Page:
Michele Redolfi is perhaps more grounded: he’s been performing underwater concerts for years. Specifically, he composes, manipulates, and records experimental music and sounds under water, in pools and natural settings. The immersed participants listen through their bones, as explained by a knowledgable commenter over at Lunar Atrium. I was reminded of him recently when Connie Hockaday posted her underwater wrestling video. Here’s his “Grand Nocturne de Musique Subaquatique” at Grenoble in 2008.

In terms of everyday listening, I’m still pretty into wan and melancholic French synth pop / electro-yéyé. Long-time readers will remember that I was enthusing about Elli et Jacno in my very first post at Lunar Camel Co., and I still love them. (These days I only love them for about twenty minutes every three weeks or so, but still, it’s serious).

Main dans la main

Elli et Jacno “Main dans la main” single

Not related, but seasonally appropriate: the Mo-dettes cover of “Paint it Black”:

While we are on the subject of music, you should try to get to the Metropolitan Opera to see Thomas Adès’s adaptation of “The Tempest.” I’m basically poor people, but I know someone who knows someone and I managed to get in to a dress rehearsal. It was pretty spectacular! I used to go to the opera more often than I do now and it was lovely just to go again, but I came away thinking this was one of the more effective productions I’ve ever seen. I say that as someone who made sure to get herself to that Peter Greenaway one about Vermeer with actual rain and live cows in it. I do love a spectacle, but “The Tempest” was compelling in a character-driven way as well, and the music possessed more subtleties than I could ever hope to intelligently discuss after a single performance. It’s gotten very mixed reviews (WQXR said “eh”, while the Times gave it at least two very positive write-ups), but I say you should go if you can.


Another recommendation, this one straight out of my superstorm playlists: The birds of Papua New Guinea are sublime. The mating dances they do are too bonkers for words, and there’s one that can make a sort of satellite dish with the feathers on his head and neck to pick up chicks, a satellite of bird love. Here, this short film from the Cornell Lab of Ornithology has some terrific-looking birds in it.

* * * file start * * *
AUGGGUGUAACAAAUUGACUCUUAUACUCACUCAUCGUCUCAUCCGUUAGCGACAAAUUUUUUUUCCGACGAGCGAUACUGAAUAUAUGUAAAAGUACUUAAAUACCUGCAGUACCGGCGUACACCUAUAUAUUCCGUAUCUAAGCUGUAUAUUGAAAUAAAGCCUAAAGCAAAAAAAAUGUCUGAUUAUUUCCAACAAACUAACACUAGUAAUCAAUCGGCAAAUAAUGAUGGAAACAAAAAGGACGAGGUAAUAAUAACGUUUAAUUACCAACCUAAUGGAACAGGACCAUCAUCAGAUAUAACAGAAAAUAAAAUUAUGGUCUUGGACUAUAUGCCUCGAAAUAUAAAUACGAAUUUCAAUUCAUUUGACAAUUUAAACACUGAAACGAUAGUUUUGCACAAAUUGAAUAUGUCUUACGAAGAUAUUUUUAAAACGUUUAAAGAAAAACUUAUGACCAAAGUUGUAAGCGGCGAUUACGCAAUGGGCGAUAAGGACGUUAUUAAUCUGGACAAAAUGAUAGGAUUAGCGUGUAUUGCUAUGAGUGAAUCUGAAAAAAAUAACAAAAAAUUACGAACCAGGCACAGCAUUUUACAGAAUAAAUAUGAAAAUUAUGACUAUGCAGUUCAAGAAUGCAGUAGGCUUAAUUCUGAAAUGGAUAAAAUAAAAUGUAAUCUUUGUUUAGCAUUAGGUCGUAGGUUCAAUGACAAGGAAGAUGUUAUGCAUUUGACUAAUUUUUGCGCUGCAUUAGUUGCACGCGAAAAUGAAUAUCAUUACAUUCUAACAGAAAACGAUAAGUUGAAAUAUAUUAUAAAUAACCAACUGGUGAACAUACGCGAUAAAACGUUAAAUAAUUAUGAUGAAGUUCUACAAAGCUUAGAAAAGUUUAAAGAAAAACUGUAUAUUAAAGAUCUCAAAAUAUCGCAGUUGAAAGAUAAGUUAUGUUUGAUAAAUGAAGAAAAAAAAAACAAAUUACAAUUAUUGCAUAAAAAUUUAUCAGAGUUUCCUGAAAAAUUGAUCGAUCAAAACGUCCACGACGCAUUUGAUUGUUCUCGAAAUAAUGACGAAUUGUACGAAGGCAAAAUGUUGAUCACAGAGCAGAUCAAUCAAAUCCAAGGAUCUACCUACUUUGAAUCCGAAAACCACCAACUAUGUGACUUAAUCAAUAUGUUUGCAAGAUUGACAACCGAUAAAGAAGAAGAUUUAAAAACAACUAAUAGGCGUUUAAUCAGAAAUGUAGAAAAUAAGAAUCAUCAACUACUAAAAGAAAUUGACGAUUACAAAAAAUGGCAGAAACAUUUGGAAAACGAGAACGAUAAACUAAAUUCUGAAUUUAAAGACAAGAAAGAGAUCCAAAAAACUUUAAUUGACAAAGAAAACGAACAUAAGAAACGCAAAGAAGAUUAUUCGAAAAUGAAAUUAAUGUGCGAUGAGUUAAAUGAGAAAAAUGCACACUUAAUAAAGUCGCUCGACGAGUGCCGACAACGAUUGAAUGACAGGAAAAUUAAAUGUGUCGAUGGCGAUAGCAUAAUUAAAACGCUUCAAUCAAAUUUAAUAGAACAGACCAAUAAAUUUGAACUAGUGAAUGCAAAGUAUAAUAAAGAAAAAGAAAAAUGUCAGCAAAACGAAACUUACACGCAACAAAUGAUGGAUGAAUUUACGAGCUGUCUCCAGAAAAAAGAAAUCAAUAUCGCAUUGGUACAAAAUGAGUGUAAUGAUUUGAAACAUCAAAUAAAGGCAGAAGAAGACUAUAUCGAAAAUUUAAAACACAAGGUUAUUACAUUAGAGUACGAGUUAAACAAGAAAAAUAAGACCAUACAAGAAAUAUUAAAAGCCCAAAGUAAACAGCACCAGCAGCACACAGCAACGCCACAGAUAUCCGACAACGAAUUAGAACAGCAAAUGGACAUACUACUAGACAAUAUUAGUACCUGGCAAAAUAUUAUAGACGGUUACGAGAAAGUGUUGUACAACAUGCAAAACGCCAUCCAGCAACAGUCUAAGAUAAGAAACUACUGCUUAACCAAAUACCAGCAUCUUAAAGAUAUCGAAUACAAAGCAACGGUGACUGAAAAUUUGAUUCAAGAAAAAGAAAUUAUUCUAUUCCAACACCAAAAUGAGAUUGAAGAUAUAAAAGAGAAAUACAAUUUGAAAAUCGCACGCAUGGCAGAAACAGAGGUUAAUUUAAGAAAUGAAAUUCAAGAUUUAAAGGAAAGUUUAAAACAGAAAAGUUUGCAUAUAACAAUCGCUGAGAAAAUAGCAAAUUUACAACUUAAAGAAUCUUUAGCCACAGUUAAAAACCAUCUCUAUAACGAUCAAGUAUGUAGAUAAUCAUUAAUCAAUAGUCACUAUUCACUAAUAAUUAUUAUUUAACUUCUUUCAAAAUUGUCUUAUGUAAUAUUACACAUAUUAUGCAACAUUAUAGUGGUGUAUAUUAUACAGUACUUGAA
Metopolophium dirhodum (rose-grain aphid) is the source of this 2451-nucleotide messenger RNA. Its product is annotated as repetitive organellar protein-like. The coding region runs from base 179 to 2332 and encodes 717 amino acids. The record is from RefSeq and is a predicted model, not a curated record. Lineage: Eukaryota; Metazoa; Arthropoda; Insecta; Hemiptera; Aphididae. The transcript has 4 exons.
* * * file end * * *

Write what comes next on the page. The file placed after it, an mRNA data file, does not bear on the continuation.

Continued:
If you’ve got more time to devote to bird-viewing, seek out “Nature: Birds of the Gods.” It’s about the same birds but it’s with David Attenborough and it’s about an hour long.

moon mania

Have you seen the new-ish restored and hand-colored print of George Méliès’s Le Voyage dans la lune yet? I’m doing something stern with my eyebrows at the thought that you might be shaking your head no. When it played here recently (at Lincoln Center in February), my friend and I bought our tickets on the internet well in advance because we were thinking “what sort of foolish fools would not want to go to this?” There turned out to be about eight people in the theater. I suspect that all other screenings but for the one I attended were crowded to the bursting point with delighted New Yorkers sitting on each other’s laps three deep, such that everyone who wanted to see the film on the big screen had a chance to. If you live elsewhere you may have a chance yet because it’s still making the rounds of a handful of U.S. cities: It’s showing in L.A. right now, Minneapolis next, then D.C., and so forth. The schedule is here and you should definitely go if you can. The restoration’s terrific, the color makes my lo-fi-DIY parts tingle, and there’s a new soundtrack by Air, who in my opinion were the perfect guys for the job. Here’s a clip: